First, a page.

Pedestrian and cycle routes would be integrated into the defence levy while a new beach would also be created using material dredged from the nearby harbour.

Team C’s ‘Dancing Coastline’ project mooted the possibility of a dynamic waterfront harnessing natural processes to mitigate the impact of rising sea levels. Heritage assets such as Portsmouth’s coastal forts would be protected and allowed to become islands during storms.

PCC city development manager Claire Upton-Brown said: ‘It’s absolutely great that there are these ideas and this enthusiasm and we will be looking at how we engage going forward and how we shape this to deliver the environmental, social and economic outcomes we need to achieve for the city.’

Zane Gunton of the Eastern Solent Coastal Partnership – which is developing the flood defences for the region – added: ‘This has been an amazing exercise it’s like a microcosm for what goes on for last eight years of our project, all in two days.’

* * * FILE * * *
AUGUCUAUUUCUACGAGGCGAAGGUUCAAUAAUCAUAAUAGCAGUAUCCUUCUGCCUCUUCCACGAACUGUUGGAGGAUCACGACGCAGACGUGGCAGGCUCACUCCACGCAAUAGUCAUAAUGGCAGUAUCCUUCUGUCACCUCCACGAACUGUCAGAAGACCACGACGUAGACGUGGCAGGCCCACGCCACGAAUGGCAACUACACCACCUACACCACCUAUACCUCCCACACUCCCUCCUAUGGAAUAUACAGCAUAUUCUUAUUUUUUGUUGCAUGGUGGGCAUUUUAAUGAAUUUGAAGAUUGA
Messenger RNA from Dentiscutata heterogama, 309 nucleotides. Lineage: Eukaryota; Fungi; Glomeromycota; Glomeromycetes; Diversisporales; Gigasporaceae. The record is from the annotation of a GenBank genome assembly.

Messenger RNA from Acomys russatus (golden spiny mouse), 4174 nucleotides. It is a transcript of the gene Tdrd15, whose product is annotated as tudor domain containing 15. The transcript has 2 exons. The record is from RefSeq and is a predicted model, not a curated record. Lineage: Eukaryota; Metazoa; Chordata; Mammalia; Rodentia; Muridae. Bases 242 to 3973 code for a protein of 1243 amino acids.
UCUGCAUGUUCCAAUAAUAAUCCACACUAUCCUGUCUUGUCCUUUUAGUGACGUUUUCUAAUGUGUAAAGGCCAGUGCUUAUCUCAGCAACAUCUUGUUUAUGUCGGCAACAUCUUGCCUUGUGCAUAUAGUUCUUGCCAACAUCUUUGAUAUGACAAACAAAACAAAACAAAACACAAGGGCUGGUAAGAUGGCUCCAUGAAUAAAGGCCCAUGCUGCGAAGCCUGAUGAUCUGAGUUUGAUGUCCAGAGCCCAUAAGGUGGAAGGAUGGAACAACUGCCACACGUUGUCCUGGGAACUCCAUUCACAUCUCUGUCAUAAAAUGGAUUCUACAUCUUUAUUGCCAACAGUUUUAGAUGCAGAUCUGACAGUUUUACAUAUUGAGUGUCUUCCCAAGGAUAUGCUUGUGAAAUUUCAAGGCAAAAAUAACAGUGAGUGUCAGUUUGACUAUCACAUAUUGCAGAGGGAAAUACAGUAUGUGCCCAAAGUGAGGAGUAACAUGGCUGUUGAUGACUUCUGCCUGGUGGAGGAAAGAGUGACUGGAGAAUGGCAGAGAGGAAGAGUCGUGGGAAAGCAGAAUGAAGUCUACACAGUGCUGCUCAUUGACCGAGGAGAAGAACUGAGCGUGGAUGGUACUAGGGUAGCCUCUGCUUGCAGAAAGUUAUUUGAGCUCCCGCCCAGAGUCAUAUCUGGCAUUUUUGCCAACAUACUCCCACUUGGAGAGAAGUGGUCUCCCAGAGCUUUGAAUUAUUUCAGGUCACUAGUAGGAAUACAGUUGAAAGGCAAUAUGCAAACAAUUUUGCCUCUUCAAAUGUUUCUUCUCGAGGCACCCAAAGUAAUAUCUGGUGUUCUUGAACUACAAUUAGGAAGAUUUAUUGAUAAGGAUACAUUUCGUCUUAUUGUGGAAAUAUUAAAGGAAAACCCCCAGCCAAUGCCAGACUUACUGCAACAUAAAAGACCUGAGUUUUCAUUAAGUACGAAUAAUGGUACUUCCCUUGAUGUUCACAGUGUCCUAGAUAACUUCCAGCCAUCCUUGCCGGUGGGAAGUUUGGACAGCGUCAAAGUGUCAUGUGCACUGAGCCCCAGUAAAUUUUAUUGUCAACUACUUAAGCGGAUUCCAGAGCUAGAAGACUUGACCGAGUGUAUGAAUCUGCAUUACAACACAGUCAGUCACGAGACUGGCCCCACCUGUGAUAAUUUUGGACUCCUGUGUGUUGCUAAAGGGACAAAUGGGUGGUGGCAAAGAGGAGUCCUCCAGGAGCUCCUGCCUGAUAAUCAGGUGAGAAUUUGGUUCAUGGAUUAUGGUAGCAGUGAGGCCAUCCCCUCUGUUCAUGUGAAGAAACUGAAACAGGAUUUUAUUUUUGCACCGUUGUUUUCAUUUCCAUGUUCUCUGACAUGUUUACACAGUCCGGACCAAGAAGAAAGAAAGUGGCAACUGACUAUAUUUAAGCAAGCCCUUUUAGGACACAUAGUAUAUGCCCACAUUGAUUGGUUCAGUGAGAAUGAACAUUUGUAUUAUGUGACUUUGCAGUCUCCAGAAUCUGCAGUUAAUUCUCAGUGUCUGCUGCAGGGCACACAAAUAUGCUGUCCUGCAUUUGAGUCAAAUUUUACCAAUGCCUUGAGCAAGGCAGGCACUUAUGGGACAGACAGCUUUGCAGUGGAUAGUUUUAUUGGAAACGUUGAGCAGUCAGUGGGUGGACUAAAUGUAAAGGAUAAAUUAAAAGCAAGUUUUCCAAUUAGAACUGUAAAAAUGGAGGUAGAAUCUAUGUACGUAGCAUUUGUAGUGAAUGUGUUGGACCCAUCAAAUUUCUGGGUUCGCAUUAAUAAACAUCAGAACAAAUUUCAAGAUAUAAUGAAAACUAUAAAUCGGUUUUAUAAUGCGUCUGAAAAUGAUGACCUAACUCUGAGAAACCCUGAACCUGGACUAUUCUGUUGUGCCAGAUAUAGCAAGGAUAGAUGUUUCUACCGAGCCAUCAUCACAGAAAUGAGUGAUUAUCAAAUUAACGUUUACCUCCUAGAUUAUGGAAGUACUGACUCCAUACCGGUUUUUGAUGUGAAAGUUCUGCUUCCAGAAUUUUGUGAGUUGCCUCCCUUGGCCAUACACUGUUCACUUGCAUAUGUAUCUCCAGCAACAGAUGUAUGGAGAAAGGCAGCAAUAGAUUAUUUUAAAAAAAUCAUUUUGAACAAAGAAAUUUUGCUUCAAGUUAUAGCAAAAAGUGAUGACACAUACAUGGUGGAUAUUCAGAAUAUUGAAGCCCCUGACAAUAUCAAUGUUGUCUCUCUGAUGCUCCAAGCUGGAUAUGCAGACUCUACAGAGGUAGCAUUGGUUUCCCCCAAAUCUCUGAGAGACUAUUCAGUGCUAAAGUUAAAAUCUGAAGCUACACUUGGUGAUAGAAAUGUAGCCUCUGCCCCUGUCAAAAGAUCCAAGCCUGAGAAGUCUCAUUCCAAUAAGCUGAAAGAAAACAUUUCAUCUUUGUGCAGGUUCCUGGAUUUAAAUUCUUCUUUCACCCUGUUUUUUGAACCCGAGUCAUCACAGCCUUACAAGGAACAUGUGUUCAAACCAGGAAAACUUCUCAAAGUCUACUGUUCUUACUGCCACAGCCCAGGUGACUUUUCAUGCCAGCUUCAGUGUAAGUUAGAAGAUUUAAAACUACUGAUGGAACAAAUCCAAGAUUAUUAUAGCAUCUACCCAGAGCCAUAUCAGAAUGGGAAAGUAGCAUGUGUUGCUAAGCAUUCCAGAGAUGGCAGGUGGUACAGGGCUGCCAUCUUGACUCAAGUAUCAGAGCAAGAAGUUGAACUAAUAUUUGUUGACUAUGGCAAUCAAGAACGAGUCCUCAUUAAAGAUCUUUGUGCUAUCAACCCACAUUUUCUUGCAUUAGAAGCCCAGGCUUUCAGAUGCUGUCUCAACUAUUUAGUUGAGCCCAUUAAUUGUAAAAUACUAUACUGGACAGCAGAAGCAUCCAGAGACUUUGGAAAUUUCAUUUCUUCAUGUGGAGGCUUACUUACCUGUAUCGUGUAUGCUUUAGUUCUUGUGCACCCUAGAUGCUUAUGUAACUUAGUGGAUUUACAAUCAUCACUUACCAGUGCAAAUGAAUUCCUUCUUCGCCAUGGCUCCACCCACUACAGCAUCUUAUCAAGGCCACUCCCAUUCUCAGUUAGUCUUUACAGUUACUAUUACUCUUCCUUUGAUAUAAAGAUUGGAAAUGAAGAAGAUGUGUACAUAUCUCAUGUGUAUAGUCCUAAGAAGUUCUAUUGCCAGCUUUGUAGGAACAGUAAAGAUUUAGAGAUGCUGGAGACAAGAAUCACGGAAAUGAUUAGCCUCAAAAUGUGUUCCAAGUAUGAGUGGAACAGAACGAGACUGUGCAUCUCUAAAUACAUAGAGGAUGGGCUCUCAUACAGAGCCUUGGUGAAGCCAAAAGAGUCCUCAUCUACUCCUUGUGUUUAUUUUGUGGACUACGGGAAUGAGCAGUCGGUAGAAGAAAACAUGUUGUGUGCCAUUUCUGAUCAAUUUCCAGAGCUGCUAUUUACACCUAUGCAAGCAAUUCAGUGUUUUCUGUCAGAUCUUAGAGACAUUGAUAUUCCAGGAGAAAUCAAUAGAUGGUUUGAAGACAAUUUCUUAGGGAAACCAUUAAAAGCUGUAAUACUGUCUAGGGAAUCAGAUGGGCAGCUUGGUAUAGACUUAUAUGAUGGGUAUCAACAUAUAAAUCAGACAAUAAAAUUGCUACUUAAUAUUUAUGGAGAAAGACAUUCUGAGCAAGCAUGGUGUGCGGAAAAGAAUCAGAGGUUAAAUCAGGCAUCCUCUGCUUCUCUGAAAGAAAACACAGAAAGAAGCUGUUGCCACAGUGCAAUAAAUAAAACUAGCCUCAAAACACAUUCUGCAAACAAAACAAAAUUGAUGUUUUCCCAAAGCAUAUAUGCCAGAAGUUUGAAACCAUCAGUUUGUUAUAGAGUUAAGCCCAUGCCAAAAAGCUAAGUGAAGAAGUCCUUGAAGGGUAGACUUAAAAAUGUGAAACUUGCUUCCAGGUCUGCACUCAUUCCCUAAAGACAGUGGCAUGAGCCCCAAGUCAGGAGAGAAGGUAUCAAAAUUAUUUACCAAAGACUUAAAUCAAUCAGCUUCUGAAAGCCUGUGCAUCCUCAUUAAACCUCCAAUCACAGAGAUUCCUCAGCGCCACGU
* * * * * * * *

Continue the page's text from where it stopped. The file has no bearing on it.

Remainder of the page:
‘Everything you are saying is what we are looking to take forward, we are getting funding just for the flood defence but it is forums like this which show how much opportunity there is to do more than the defences and to make something really interesting out of the seafront.

‘Every single group has had some really interesting ideas and it’s been a pleasure to be able to pop in a see this happening.’